“It depends. Sometimes you feel like you are making progress,” Hovland said of his lengthy range routines. “I would say a little bit recently it hasn’t been that satisfactory, but at the same time, it’s, like, either if you don’t see the results, you can always learn something. So if you didn’t get better, okay, well, what did I try to do today, and then you know, okay, well, that doesn’t work, then we need to try something else.”

Not too late to cash out those Hov tickets, folks. 

RELATED: Why Scottie Scheffler and Sam Burns might WD

Most Justin Jefferson-like catch: Rory McIlroy

Considering all the pain this event has caused him over the years, Rory McIlroy was asked how much emphasis he puts on actually enjoying this week just like the rest of us do. He believes that’s one of the keys to winning here—enjoying everything that comes with this week. 

“Thankfully, I’ve improved a bit since my first start here,” he said. “And I feel like I’ve got all the tools to do well this week. But, again, to bring those tools out, I think one of the most important things is to enjoy it and smell the—I guess not the roses, the azaleas along the way.”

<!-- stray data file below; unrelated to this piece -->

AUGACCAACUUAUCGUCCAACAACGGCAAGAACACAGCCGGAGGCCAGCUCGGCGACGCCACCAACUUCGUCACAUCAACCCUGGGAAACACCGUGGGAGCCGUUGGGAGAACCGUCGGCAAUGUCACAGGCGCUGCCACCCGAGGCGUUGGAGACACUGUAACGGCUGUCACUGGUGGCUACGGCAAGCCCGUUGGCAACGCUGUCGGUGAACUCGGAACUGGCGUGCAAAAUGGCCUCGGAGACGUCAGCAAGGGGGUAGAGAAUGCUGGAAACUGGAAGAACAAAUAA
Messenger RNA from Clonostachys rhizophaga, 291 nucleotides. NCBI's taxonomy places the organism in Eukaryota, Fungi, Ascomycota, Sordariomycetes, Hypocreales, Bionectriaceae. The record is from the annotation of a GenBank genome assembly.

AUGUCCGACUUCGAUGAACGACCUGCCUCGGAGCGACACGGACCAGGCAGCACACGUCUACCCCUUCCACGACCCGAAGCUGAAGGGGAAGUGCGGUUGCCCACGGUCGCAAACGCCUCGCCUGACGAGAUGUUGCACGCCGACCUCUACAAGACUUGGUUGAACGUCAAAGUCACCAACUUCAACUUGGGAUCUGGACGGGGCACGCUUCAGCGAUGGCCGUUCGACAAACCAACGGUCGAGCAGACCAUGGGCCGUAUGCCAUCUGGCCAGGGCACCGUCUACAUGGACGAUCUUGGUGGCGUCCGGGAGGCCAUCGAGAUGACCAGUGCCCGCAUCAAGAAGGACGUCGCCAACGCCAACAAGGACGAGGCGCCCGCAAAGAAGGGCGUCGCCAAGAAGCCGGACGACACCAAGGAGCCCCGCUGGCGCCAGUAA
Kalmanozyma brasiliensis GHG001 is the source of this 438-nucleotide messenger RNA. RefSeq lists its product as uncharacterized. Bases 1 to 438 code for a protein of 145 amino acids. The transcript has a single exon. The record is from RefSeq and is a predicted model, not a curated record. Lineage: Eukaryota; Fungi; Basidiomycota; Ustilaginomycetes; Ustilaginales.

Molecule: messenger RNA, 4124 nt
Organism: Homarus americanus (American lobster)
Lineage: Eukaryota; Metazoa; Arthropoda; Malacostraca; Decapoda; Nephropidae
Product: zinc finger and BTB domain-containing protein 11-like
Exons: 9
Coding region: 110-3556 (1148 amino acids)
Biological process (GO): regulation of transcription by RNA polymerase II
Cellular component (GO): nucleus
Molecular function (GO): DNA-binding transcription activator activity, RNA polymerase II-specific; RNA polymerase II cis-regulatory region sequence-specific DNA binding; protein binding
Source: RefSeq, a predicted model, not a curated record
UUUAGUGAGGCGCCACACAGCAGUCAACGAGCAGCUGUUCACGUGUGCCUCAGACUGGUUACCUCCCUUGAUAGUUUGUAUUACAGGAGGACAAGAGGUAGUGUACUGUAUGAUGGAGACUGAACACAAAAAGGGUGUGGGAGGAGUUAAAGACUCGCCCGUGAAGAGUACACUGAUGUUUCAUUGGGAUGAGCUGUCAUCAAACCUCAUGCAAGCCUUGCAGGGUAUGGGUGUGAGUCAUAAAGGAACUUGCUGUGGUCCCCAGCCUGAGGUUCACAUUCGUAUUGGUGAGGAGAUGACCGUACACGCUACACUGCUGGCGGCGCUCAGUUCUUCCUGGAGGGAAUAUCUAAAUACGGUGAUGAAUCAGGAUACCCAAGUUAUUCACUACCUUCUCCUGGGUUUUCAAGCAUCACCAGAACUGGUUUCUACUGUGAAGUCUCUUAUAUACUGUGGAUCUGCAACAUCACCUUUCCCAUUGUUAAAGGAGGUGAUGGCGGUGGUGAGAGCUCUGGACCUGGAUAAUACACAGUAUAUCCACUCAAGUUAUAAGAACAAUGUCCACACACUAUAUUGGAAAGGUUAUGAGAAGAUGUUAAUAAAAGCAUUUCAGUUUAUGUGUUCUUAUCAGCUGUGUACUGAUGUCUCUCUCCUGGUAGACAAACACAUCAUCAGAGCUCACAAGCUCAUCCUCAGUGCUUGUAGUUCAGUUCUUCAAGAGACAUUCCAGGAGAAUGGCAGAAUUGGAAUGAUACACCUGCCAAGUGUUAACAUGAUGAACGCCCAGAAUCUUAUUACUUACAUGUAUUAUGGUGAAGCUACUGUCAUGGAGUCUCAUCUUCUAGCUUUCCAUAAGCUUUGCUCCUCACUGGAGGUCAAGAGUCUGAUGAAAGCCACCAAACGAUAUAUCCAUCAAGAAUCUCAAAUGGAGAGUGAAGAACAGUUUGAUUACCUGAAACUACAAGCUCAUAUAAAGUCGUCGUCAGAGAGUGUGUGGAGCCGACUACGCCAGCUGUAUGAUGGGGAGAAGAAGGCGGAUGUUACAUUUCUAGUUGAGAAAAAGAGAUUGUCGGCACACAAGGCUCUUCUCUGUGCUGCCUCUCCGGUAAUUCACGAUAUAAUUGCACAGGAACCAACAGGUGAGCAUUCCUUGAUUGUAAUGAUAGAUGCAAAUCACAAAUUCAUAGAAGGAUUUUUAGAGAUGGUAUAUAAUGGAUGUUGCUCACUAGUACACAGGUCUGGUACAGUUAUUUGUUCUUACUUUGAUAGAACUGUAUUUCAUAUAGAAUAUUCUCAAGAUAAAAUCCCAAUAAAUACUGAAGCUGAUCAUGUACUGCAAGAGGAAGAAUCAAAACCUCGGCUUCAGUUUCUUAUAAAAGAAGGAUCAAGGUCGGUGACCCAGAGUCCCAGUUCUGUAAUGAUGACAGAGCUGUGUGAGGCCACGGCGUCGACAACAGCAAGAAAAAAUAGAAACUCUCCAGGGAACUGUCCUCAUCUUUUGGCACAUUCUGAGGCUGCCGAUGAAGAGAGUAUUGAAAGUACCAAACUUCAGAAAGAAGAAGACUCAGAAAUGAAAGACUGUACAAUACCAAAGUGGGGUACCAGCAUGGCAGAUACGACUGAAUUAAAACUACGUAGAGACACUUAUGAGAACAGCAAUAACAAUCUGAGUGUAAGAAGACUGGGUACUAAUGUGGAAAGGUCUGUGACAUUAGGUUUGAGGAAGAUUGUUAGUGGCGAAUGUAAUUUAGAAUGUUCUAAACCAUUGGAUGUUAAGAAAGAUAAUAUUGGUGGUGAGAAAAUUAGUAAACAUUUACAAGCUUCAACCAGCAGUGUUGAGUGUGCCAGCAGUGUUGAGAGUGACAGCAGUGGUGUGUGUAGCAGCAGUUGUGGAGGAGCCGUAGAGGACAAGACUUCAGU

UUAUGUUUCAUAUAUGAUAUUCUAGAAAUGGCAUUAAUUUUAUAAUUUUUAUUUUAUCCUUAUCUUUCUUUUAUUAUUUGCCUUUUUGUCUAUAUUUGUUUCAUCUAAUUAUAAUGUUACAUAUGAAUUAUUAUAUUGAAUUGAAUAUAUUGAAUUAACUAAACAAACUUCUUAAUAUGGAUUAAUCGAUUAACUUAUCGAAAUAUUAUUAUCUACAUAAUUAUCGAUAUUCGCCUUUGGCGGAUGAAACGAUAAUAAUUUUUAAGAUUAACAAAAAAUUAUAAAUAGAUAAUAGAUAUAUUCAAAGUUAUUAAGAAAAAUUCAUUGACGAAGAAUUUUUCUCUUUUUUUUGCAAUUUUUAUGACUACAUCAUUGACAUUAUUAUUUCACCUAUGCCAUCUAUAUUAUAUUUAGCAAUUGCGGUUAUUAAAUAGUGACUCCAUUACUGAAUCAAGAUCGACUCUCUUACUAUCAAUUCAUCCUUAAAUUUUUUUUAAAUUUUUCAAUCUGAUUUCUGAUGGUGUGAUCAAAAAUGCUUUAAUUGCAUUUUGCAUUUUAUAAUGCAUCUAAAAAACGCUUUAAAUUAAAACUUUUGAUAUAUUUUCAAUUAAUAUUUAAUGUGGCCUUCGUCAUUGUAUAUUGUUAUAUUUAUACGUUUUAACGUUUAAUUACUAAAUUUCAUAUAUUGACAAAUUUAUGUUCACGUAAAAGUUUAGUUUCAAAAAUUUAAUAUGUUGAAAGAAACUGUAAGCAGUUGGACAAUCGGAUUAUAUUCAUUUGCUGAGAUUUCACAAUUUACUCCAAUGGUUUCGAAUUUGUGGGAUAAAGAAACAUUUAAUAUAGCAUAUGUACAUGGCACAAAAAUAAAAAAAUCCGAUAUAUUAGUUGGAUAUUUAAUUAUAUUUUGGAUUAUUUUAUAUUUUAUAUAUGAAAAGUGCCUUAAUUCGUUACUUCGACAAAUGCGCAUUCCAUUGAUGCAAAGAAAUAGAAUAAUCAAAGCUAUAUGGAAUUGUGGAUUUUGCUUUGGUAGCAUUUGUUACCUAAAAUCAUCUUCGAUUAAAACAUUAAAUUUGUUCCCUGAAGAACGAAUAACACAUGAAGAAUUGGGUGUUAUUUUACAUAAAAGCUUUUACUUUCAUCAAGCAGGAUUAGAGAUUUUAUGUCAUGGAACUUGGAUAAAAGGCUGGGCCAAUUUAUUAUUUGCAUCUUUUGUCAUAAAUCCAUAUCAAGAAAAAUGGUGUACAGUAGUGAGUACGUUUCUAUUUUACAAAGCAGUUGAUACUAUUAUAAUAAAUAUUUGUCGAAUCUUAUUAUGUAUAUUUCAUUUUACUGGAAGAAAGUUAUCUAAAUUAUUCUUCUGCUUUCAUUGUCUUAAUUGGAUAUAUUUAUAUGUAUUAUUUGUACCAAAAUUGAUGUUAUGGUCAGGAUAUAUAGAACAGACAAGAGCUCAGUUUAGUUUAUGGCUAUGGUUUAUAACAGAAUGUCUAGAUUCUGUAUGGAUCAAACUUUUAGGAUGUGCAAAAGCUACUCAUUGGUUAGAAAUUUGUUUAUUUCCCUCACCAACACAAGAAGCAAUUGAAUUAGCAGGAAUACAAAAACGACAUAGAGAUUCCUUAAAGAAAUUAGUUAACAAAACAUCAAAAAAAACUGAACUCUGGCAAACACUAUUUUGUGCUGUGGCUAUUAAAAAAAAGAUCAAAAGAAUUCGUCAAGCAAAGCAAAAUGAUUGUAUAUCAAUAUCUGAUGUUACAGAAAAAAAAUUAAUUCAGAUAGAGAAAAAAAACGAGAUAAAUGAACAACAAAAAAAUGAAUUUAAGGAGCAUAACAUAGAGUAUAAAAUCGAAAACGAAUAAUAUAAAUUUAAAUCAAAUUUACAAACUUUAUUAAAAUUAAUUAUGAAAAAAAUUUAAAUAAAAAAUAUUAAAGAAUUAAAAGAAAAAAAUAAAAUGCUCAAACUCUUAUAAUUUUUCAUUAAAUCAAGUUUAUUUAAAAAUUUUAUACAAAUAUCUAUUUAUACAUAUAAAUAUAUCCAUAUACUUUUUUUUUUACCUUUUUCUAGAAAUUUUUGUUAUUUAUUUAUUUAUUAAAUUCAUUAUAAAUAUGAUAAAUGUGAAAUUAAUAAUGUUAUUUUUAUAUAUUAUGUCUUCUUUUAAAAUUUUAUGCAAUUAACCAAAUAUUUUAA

Wow, great catch there, Rors. We’ve seen what happens to guys who refer to the patrons as “fans” or a “mob” at Augusta National. Mistaking azaleas for roses could have gotten him a one-year ban (kidding, we think). 

Best “I don’t care but I definitely care” moment: Brooks Koepka (obviously)

This has been Koepka’s calling card his whole career. Put off the vibe that he couldn’t care less about golf while simultaneously caring very deeply about winning the four biggest events of the year. This exchange is peak Brooks: